One bit of terminological confusion stumped me for a while. I talk
about the Linux 'server', and the Windows PC being a client of that
server -and that, of course, is the usual way we think about these
sorts of things. But when you're dealing with X, it's the wrong way
around. The X client is the program running on the
Linux server that wants to paint graphical bits of goodness onto a
screen somewhere. So the X client runs on what you (and I!) think of as
Similarly, an X server is simply a program that runs on the client PC nearest to you, where you want the graphical goodies to appear. So the X server runs on what we'd ordinarily call the client PC.
So an X server runs on the client (PC), and X clients run on the Server. Got that? Good!
I installed the Centos clone of
it's free and you can download updates for it. I could equally well
have chosen White Box,
because they do a nice RHES4 clone, too... but I'd stored that
particular download on a DVD, and my Linux server only has a CD-ROM, so
the Centos CDs won the day.
The installation was perfectly standard stuff: if you have read how I install Linux onto my virtual machines, then you'll know exactly how I did it. In essence, make it a Custom installation that includes the Development Tools packages. Make sure you configure networking correctly (the machine will need to see the XP Desktop PC, after all). And I suggest no firewall to start with, just so you can get things running quickly. Once you've got it all working, you might well want to switch on the firewall in a carefully controlled manner, making sure it doesn't screw up XP PC -> Linux Server X communications in the process.
Anyway, the point is, that if you're using Gnome too, you will need to edit the /etc/X11/gdm/gdm.conf file in a text editor. Find the section labelled [xdmcp] and change the line Enable=false to Enable=true. If you'd rather achieve the same thing without editing a text file, you can click the Applications -> System Settings -> Login Screen menu options, and then select the XDMCP tab:
Selecting the Enable XDMCP option
at the top of the screen and leaving everything else at its default
settings achieves exactly the same thing as editing the text file in
the manner I described earlier.
If you're using KDE, then you will need to edit /usr/share/config/kdm/kdmrc, and again find the section labelled [Xdmcp] and change Enable=false to Enable=true. I am sure there is a graphical tool for KDE users to achieve the same thing, just as there is for Gnome... but since I don't use KDE, I don't know what it is. Sorry!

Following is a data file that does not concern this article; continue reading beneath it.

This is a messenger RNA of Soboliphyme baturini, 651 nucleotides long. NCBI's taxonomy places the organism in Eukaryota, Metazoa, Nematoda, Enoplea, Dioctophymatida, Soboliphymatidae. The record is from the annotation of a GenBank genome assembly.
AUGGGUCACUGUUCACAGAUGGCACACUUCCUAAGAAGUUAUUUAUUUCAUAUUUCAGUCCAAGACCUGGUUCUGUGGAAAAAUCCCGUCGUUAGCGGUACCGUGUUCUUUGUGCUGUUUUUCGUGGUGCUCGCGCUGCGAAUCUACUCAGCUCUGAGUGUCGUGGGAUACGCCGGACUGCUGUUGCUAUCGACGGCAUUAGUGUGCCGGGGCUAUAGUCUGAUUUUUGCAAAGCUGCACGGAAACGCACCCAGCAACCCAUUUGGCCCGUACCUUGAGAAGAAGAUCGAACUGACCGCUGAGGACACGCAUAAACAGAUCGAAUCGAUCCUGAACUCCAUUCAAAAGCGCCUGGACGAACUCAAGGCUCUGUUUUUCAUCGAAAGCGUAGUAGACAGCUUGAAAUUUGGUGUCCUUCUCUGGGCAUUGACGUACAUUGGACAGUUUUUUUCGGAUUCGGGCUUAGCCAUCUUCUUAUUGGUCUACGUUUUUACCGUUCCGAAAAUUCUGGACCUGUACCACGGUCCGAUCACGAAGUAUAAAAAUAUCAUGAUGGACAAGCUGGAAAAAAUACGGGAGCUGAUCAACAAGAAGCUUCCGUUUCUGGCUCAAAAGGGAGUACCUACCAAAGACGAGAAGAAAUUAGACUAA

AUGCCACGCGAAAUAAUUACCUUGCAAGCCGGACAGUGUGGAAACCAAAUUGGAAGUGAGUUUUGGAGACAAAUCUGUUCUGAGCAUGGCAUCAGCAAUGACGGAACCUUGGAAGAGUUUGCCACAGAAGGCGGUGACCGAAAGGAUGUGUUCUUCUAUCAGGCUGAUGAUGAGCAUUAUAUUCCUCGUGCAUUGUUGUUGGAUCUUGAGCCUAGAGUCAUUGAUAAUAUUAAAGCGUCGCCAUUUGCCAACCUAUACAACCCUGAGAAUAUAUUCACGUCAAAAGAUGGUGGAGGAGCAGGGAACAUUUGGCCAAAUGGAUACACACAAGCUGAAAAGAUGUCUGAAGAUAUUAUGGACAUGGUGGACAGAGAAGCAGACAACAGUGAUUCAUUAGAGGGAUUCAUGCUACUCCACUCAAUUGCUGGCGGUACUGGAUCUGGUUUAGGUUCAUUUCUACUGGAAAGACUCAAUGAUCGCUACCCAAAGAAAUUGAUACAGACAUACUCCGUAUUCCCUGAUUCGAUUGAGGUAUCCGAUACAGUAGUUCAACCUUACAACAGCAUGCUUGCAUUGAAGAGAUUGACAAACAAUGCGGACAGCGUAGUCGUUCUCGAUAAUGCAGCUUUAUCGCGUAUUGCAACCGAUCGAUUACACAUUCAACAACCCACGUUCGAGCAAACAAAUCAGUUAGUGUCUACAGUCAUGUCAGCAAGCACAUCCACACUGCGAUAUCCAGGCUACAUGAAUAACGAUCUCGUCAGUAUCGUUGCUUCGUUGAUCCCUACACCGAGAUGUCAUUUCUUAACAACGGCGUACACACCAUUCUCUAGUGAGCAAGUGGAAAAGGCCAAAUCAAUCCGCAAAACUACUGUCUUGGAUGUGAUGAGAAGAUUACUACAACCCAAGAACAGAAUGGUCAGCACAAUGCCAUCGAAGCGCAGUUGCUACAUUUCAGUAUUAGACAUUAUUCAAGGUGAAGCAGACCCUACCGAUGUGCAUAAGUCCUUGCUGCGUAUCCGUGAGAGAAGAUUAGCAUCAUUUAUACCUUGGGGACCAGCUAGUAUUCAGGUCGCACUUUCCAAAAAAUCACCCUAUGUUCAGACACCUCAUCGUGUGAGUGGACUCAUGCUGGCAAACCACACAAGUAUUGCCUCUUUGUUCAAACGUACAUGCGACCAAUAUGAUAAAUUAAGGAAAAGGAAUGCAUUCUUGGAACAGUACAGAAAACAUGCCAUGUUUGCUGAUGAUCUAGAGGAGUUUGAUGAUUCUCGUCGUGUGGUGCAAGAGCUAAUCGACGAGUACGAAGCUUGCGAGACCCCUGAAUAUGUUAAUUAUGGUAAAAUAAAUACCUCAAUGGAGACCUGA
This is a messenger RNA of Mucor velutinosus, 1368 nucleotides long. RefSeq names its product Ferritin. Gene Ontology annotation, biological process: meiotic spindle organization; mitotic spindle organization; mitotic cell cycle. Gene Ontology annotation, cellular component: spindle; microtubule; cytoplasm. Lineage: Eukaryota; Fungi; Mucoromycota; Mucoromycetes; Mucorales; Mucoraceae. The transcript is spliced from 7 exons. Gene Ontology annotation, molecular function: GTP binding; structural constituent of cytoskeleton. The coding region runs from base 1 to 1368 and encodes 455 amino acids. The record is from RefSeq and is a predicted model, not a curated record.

With one or other of those files edited and saved, now use your favourite text editor to edit /etc/X11/xdm/Xaccess. Find the line which reads
#* # any host can get a login window
...and get rid of that # (hash)
character at the beginning of the line (uncomment it, in other words).
I should mention that this now blows security right out the window,
since in a production environment it would mean that any humble user,
if they knew what an X Server was and how to install one, could now
call up onto their PC the screen needed to log on to the Linux machine.
Perhaps more appropriate in a production setting would be to list here
the hostnames of those PCs used by system administrators, for whom it
would be entirely appropriate to permit remote administrative
capabilities. Unlisted hosts could not then act as usable X Servers.
With the remote X capabilities enabled one way or another, all you do now is restart X on the Linux machine. You could do that by rebooting the box or achieve the same result far more efficiently by simply pressing [Ctrl]+[Alt]+[Backspace].
The X Server, remember, is what's going to be running on your PC and displaying the Linux machine's desktop for us. As such, it's a piece of software that needs to be obtained and installed. This isn't hard! If you type the phrase Windows X Server into Google, you'll get something like 31 million different hits! There are commercial X Servers such as Exceed (from Hummingbird, which the Oracle documentation always used to make reference to) or Reflections. But these are pricey (Exceed's basic offering costs US$545).
Fortunately, there are also a number freebie X servers available for home use, and perhaps the easiest (certainly, I'd say, the most well-known) is Cygwin. Cygwin is actually a Windows implementation of the Linux APIs, so it's much more than just an X server... but the important point is that it includes a free X server as part of its general (incredibly clever) goodness. (If you are familiar with WINE on Linux, then think of Cygwin as an anti-Wine. Instead of letting Linux run Windows programs, Cygwin lets Windows run Linux programs).